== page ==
Can continuous improvement make sense without the intent to pursue perfection? Can kaizen (change for the better) make sense without an ideal? Ideal need not be a destination. Vision need not be the farther shore, the other place where, having been transformed, our current problems won't occur. How many times have we seen a new investment replace an old one - with exactly the same problems and misconceptions carried over?

Ideal can be a movement, a posture, an angle of view. Ideal can be an act that you repeat endlessly until perfect, almost perfect, one day perfect. Ideal doesn't need to arrive, it can also be a journey:

Would Toyota value and cultivate Takumis
 if it didn't recognize the need to pursue perfection? Would the finishing touch of every operation be as important if we didn't need to see how good we did, how far we went?

Continuous improvement's discipline only makes sense in the context of the pursuit of perfection, our inner drive to master an activity, to clean up our act, to seek the economy of movement that makes the juggling balls spin without apparent movement from the hands. The place of aaah!The gap between the ideal of our inner vision and the reality of what our hands can achieve is the creative tension that keeps us improving step by difficult step.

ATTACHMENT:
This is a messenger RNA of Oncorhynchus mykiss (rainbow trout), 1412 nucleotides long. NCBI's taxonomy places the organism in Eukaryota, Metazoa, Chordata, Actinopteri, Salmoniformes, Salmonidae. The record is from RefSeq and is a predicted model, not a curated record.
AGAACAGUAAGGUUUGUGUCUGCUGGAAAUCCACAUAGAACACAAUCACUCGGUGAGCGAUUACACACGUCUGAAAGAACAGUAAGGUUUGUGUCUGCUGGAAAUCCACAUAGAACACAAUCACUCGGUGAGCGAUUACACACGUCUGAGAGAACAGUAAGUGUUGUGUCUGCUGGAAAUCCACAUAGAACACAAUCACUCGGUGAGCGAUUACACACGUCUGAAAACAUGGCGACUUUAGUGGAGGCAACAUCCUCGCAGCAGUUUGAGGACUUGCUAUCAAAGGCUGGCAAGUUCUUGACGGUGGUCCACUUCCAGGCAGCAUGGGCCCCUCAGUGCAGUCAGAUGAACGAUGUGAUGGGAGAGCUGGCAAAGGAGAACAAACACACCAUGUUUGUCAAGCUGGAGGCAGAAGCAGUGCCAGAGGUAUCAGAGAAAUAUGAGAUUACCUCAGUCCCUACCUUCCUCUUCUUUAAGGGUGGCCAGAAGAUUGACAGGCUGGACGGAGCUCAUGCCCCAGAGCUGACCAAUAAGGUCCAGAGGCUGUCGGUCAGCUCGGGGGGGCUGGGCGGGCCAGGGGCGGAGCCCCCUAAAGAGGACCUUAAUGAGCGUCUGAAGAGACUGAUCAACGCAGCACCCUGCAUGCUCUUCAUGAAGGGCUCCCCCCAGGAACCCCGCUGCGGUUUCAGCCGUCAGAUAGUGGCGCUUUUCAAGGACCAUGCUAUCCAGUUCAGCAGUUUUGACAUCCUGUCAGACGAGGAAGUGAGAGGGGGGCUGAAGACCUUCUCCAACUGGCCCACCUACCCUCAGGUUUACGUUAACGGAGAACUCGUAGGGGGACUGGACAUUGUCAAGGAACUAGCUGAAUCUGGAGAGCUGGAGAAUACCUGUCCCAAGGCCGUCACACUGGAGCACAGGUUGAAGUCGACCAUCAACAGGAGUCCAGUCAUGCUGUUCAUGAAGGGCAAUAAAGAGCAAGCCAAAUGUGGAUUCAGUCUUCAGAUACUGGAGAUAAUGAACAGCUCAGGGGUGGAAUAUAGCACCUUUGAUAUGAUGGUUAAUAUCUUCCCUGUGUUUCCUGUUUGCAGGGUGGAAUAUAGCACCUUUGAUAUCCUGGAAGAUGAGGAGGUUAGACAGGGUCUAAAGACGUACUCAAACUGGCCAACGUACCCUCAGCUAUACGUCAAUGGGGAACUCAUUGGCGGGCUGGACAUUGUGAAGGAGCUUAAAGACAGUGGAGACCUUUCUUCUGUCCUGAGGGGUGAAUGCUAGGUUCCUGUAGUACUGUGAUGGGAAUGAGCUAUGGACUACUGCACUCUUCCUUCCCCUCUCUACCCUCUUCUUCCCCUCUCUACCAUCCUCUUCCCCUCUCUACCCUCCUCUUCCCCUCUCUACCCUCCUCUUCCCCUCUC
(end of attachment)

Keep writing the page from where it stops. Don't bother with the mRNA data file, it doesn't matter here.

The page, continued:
Sunday, 19 October 2014

Let's stop being stupid

Management books and conferences are all about being smarter, faster, cleverer. We want to be better by doing something more. The monkey in our minds loves this: new tool, new idea, new distraction... new way to avoid self-reflexion. Any shiny new thing keeps the ego safe from looking at mishaps, miscalculations, misunderstandings, misconceptions.

Few management conferences are about being wiser, thinking deeper, feeling kinder. Yet, there are far much greater gains to find by stopping being stupid than by seeking to be smarter. Systems behavior clearly show than reinforcing positive feedback quickly leads to burnout - removing limits to growth is sustainable.